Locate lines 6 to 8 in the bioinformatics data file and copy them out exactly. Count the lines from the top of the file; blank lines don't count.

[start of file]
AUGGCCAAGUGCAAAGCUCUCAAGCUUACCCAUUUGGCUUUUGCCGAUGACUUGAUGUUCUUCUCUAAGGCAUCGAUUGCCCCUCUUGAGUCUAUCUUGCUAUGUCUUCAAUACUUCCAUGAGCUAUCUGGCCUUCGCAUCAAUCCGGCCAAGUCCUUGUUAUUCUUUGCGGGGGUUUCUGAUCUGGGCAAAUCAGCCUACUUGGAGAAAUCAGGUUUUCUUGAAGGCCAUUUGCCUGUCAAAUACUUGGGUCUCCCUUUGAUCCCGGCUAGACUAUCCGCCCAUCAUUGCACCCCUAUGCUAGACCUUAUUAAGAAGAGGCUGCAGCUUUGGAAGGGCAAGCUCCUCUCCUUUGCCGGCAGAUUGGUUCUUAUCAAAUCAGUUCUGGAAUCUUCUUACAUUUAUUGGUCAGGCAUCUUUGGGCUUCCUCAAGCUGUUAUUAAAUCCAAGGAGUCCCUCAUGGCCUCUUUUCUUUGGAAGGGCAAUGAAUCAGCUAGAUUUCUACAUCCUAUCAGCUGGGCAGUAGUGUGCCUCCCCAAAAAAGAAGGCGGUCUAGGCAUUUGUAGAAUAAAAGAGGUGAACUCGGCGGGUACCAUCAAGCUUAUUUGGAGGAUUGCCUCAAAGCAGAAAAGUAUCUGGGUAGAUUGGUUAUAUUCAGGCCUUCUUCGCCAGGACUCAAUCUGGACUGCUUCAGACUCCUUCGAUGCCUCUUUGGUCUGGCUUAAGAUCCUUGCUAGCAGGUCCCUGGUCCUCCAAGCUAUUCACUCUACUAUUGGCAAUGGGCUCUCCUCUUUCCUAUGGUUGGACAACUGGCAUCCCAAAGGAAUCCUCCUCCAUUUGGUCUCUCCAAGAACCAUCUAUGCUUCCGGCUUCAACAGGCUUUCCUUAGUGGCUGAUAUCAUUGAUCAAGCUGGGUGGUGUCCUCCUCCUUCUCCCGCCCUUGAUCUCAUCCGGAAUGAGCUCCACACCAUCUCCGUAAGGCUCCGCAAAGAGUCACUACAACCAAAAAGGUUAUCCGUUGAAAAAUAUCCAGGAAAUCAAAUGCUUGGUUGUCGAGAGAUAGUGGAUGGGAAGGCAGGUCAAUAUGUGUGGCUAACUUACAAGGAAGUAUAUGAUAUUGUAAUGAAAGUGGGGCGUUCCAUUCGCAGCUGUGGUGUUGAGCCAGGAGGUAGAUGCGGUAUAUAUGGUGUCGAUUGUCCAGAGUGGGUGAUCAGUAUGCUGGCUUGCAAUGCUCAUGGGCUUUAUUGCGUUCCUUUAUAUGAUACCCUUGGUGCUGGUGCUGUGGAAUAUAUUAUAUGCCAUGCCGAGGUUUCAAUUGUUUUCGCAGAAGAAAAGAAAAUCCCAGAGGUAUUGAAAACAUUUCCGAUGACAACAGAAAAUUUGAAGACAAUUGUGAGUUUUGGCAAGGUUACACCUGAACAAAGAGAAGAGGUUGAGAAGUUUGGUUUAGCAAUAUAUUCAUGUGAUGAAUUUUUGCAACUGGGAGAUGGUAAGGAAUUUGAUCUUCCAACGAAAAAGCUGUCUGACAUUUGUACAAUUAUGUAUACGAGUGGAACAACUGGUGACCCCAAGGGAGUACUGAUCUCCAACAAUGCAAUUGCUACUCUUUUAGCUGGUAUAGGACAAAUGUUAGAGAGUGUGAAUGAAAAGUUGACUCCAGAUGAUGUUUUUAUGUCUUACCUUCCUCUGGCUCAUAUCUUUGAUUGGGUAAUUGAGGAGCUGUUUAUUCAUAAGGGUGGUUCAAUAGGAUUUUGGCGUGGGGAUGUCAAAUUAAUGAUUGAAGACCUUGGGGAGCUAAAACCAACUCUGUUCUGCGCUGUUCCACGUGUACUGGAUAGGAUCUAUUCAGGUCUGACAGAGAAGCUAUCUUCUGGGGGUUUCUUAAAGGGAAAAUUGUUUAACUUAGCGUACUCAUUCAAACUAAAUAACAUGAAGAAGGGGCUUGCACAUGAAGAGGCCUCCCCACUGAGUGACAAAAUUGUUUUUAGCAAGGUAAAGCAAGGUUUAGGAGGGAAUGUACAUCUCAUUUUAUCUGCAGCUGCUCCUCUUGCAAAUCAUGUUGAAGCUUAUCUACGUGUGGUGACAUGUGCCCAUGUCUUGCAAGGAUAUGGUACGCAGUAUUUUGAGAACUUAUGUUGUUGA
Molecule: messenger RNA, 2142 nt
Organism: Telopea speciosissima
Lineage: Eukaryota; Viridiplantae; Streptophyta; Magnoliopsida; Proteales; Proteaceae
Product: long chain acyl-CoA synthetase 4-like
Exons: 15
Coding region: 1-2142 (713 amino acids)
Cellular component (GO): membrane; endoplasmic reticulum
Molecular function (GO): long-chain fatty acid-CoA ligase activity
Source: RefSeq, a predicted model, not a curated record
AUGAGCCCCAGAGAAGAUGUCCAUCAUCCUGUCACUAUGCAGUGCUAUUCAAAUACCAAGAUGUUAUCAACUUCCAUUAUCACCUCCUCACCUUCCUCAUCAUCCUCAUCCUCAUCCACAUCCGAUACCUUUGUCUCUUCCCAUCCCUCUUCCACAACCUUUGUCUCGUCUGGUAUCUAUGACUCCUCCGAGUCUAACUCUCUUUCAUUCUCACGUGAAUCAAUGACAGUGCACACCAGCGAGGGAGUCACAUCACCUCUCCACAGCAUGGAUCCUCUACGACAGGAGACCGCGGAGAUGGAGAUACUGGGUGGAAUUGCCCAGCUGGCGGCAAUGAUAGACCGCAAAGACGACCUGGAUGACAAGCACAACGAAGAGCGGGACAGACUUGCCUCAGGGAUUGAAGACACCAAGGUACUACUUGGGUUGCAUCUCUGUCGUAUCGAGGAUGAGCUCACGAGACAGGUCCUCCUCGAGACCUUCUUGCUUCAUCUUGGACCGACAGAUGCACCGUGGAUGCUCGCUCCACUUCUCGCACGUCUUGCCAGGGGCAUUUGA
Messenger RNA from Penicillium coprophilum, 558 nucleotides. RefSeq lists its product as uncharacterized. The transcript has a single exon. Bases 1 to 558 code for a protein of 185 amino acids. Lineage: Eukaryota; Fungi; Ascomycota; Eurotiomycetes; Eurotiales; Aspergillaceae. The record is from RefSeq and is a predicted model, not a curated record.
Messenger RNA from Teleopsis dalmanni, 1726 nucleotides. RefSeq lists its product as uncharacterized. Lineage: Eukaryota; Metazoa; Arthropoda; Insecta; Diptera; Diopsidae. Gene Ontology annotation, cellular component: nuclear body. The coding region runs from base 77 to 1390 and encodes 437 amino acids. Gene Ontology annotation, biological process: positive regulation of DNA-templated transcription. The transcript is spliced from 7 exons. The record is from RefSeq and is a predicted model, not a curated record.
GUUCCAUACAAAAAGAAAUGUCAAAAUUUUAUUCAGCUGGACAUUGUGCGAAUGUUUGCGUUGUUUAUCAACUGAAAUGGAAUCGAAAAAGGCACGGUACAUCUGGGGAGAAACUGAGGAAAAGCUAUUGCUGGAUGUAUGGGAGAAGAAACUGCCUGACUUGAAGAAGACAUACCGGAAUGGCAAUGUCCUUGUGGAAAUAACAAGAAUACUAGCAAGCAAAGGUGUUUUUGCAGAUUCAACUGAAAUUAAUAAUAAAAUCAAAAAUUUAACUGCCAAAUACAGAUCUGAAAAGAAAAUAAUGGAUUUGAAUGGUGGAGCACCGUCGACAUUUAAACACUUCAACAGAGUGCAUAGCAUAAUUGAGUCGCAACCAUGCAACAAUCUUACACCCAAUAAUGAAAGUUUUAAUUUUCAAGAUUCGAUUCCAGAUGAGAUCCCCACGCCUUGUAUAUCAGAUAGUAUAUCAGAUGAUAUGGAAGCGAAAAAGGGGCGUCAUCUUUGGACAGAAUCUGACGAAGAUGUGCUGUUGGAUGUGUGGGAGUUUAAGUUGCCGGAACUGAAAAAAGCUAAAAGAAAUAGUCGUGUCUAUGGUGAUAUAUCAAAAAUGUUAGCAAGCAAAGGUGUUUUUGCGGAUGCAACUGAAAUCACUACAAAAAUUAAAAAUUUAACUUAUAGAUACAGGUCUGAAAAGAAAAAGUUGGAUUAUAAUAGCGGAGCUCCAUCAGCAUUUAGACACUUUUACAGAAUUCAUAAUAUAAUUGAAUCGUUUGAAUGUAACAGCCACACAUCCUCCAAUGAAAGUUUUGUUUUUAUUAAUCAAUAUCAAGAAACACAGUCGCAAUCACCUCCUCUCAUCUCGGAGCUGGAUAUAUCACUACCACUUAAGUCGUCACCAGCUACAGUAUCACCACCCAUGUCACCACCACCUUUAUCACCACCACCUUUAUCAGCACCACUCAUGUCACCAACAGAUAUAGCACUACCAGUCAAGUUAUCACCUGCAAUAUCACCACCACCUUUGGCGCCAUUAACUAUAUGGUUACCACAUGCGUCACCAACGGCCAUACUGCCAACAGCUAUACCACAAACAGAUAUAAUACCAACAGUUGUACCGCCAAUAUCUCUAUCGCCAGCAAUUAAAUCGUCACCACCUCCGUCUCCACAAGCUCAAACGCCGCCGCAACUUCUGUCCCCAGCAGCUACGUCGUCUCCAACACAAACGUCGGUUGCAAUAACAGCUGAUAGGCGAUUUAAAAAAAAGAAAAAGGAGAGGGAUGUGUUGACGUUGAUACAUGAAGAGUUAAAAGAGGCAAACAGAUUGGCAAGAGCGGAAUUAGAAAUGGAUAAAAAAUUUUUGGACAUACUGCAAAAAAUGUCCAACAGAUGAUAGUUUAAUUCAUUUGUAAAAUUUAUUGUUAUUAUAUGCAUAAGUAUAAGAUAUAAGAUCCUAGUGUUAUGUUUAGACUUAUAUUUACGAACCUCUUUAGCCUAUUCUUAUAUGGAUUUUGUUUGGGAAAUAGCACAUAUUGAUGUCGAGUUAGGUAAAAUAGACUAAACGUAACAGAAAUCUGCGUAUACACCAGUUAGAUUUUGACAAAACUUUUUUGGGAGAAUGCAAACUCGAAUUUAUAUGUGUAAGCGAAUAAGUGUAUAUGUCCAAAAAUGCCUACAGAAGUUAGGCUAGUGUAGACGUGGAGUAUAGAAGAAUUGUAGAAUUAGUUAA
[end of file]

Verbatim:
Exons: 15
Coding region: 1-2142 (713 amino acids)
Cellular component (GO): membrane; endoplasmic reticulum